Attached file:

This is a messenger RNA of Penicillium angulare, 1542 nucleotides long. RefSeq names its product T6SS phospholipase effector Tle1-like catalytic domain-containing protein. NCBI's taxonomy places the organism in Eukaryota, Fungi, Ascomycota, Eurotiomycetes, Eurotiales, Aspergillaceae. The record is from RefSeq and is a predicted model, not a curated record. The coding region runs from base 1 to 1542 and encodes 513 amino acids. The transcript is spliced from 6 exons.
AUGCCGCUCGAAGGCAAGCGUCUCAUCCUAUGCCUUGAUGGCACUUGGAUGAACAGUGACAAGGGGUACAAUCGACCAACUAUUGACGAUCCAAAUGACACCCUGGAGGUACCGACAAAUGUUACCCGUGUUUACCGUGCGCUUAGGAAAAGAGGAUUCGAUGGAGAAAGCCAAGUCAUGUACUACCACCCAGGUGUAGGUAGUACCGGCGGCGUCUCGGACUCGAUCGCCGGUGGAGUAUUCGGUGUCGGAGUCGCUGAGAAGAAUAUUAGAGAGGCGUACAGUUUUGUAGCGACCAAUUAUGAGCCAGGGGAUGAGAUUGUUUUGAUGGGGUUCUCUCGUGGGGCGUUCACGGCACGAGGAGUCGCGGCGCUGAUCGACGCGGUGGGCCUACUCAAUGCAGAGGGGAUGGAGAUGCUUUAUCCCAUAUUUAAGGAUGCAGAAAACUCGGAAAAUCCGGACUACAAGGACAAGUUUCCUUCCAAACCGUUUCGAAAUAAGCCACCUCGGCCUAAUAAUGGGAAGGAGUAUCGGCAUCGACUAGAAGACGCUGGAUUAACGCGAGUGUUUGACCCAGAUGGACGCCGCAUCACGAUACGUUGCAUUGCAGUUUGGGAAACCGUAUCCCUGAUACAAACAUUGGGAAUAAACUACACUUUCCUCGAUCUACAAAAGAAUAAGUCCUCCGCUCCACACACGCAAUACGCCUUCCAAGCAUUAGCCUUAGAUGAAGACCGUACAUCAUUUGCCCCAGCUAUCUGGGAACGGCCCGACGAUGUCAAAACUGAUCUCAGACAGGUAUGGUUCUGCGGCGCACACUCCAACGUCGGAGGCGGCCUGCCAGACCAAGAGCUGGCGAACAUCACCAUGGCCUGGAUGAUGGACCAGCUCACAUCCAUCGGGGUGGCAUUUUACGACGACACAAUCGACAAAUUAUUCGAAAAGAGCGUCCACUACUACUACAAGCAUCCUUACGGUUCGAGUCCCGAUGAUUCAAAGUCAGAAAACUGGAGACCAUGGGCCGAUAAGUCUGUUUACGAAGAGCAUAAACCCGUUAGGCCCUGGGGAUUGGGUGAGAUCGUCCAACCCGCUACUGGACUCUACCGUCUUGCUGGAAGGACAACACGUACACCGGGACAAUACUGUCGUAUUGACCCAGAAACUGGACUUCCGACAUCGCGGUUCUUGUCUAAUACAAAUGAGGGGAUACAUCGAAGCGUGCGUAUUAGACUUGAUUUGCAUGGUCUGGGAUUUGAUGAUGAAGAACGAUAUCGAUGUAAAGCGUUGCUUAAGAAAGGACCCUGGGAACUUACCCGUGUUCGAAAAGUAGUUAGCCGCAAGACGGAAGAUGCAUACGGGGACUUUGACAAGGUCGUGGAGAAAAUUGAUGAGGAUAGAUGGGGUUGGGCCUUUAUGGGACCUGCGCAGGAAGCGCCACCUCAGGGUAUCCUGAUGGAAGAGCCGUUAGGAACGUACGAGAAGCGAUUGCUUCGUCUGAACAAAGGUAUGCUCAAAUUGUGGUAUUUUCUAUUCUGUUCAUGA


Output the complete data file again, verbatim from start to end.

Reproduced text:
This is a messenger RNA of Penicillium angulare, 1542 nucleotides long. RefSeq names its product T6SS phospholipase effector Tle1-like catalytic domain-containing protein. NCBI's taxonomy places the organism in Eukaryota, Fungi, Ascomycota, Eurotiomycetes, Eurotiales, Aspergillaceae. The record is from RefSeq and is a predicted model, not a curated record. The coding region runs from base 1 to 1542 and encodes 513 amino acids. The transcript is spliced from 6 exons.
AUGCCGCUCGAAGGCAAGCGUCUCAUCCUAUGCCUUGAUGGCACUUGGAUGAACAGUGACAAGGGGUACAAUCGACCAACUAUUGACGAUCCAAAUGACACCCUGGAGGUACCGACAAAUGUUACCCGUGUUUACCGUGCGCUUAGGAAAAGAGGAUUCGAUGGAGAAAGCCAAGUCAUGUACUACCACCCAGGUGUAGGUAGUACCGGCGGCGUCUCGGACUCGAUCGCCGGUGGAGUAUUCGGUGUCGGAGUCGCUGAGAAGAAUAUUAGAGAGGCGUACAGUUUUGUAGCGACCAAUUAUGAGCCAGGGGAUGAGAUUGUUUUGAUGGGGUUCUCUCGUGGGGCGUUCACGGCACGAGGAGUCGCGGCGCUGAUCGACGCGGUGGGCCUACUCAAUGCAGAGGGGAUGGAGAUGCUUUAUCCCAUAUUUAAGGAUGCAGAAAACUCGGAAAAUCCGGACUACAAGGACAAGUUUCCUUCCAAACCGUUUCGAAAUAAGCCACCUCGGCCUAAUAAUGGGAAGGAGUAUCGGCAUCGACUAGAAGACGCUGGAUUAACGCGAGUGUUUGACCCAGAUGGACGCCGCAUCACGAUACGUUGCAUUGCAGUUUGGGAAACCGUAUCCCUGAUACAAACAUUGGGAAUAAACUACACUUUCCUCGAUCUACAAAAGAAUAAGUCCUCCGCUCCACACACGCAAUACGCCUUCCAAGCAUUAGCCUUAGAUGAAGACCGUACAUCAUUUGCCCCAGCUAUCUGGGAACGGCCCGACGAUGUCAAAACUGAUCUCAGACAGGUAUGGUUCUGCGGCGCACACUCCAACGUCGGAGGCGGCCUGCCAGACCAAGAGCUGGCGAACAUCACCAUGGCCUGGAUGAUGGACCAGCUCACAUCCAUCGGGGUGGCAUUUUACGACGACACAAUCGACAAAUUAUUCGAAAAGAGCGUCCACUACUACUACAAGCAUCCUUACGGUUCGAGUCCCGAUGAUUCAAAGUCAGAAAACUGGAGACCAUGGGCCGAUAAGUCUGUUUACGAAGAGCAUAAACCCGUUAGGCCCUGGGGAUUGGGUGAGAUCGUCCAACCCGCUACUGGACUCUACCGUCUUGCUGGAAGGACAACACGUACACCGGGACAAUACUGUCGUAUUGACCCAGAAACUGGACUUCCGACAUCGCGGUUCUUGUCUAAUACAAAUGAGGGGAUACAUCGAAGCGUGCGUAUUAGACUUGAUUUGCAUGGUCUGGGAUUUGAUGAUGAAGAACGAUAUCGAUGUAAAGCGUUGCUUAAGAAAGGACCCUGGGAACUUACCCGUGUUCGAAAAGUAGUUAGCCGCAAGACGGAAGAUGCAUACGGGGACUUUGACAAGGUCGUGGAGAAAAUUGAUGAGGAUAGAUGGGGUUGGGCCUUUAUGGGACCUGCGCAGGAAGCGCCACCUCAGGGUAUCCUGAUGGAAGAGCCGUUAGGAACGUACGAGAAGCGAUUGCUUCGUCUGAACAAAGGUAUGCUCAAAUUGUGGUAUUUUCUAUUCUGUUCAUGA